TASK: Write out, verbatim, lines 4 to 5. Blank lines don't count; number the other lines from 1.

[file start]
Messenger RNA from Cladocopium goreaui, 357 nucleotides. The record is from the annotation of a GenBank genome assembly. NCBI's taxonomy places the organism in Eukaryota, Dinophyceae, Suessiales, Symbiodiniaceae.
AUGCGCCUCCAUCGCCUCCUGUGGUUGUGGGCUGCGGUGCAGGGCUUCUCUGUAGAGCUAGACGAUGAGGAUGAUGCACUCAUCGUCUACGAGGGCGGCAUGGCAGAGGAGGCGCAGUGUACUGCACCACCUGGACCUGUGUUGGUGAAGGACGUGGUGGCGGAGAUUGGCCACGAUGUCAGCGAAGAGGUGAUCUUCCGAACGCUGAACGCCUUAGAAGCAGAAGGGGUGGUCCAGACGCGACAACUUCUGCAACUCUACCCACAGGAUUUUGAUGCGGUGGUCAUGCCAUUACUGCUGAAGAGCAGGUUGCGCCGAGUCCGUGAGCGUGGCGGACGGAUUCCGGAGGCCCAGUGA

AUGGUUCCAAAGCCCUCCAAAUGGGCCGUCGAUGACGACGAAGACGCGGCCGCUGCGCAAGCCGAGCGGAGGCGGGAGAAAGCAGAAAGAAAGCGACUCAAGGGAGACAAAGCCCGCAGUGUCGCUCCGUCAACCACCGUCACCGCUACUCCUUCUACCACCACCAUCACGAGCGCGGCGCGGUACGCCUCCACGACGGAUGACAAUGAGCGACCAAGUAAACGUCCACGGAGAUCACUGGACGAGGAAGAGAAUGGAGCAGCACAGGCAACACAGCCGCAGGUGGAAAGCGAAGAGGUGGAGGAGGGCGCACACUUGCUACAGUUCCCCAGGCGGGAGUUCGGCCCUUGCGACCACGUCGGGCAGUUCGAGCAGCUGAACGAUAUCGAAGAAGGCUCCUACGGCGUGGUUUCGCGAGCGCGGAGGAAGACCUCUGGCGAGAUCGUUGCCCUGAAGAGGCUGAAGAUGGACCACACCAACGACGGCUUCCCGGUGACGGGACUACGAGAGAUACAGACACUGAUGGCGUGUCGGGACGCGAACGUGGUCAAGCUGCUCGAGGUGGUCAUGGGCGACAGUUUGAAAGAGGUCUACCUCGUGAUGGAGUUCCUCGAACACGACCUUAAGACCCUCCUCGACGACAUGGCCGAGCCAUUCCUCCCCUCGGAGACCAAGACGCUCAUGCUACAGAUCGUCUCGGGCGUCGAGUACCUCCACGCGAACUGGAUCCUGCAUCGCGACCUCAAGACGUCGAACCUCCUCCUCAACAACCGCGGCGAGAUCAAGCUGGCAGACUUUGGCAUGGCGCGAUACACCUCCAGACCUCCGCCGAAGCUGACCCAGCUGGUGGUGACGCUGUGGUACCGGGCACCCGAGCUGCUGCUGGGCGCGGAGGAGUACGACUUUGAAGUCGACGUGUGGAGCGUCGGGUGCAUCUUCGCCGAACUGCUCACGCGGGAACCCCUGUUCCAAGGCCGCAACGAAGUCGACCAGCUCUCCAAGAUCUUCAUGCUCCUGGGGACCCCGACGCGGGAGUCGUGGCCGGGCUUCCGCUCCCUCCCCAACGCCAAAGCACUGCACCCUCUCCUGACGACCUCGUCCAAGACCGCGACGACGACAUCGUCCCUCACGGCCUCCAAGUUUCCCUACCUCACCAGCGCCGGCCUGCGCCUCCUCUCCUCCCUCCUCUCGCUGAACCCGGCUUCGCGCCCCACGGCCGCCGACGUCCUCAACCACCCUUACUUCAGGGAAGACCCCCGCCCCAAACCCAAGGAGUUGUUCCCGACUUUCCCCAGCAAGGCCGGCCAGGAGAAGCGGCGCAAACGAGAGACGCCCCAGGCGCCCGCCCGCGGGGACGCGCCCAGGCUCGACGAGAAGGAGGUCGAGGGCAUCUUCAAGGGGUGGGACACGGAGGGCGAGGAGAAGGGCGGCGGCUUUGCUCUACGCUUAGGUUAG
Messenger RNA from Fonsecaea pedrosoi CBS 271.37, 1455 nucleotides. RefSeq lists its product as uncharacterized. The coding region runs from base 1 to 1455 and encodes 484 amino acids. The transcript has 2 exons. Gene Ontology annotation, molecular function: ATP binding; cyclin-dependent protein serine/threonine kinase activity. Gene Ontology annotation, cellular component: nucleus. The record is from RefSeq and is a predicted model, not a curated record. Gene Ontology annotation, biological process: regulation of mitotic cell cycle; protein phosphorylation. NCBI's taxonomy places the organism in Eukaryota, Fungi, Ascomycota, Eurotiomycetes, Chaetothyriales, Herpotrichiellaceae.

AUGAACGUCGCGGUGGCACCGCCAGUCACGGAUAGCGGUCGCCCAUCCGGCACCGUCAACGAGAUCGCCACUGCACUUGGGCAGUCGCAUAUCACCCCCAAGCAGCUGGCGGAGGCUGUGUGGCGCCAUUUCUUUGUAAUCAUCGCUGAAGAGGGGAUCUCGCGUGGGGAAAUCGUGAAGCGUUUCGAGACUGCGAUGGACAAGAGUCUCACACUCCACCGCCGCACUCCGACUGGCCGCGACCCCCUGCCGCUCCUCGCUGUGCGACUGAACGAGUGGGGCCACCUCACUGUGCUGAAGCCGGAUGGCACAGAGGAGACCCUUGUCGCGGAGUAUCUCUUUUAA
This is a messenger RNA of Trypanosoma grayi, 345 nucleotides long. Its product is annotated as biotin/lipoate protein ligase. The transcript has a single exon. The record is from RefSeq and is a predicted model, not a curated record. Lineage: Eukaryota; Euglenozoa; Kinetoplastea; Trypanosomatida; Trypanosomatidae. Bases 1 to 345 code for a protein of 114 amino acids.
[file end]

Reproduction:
Messenger RNA from Fonsecaea pedrosoi CBS 271.37, 1455 nucleotides. RefSeq lists its product as uncharacterized. The coding region runs from base 1 to 1455 and encodes 484 amino acids. The transcript has 2 exons. Gene Ontology annotation, molecular function: ATP binding; cyclin-dependent protein serine/threonine kinase activity. Gene Ontology annotation, cellular component: nucleus. The record is from RefSeq and is a predicted model, not a curated record. Gene Ontology annotation, biological process: regulation of mitotic cell cycle; protein phosphorylation. NCBI's taxonomy places the organism in Eukaryota, Fungi, Ascomycota, Eurotiomycetes, Chaetothyriales, Herpotrichiellaceae.

AUGAACGUCGCGGUGGCACCGCCAGUCACGGAUAGCGGUCGCCCAUCCGGCACCGUCAACGAGAUCGCCACUGCACUUGGGCAGUCGCAUAUCACCCCCAAGCAGCUGGCGGAGGCUGUGUGGCGCCAUUUCUUUGUAAUCAUCGCUGAAGAGGGGAUCUCGCGUGGGGAAAUCGUGAAGCGUUUCGAGACUGCGAUGGACAAGAGUCUCACACUCCACCGCCGCACUCCGACUGGCCGCGACCCCCUGCCGCUCCUCGCUGUGCGACUGAACGAGUGGGGCCACCUCACUGUGCUGAAGCCGGAUGGCACAGAGGAGACCCUUGUCGCGGAGUAUCUCUUUUAA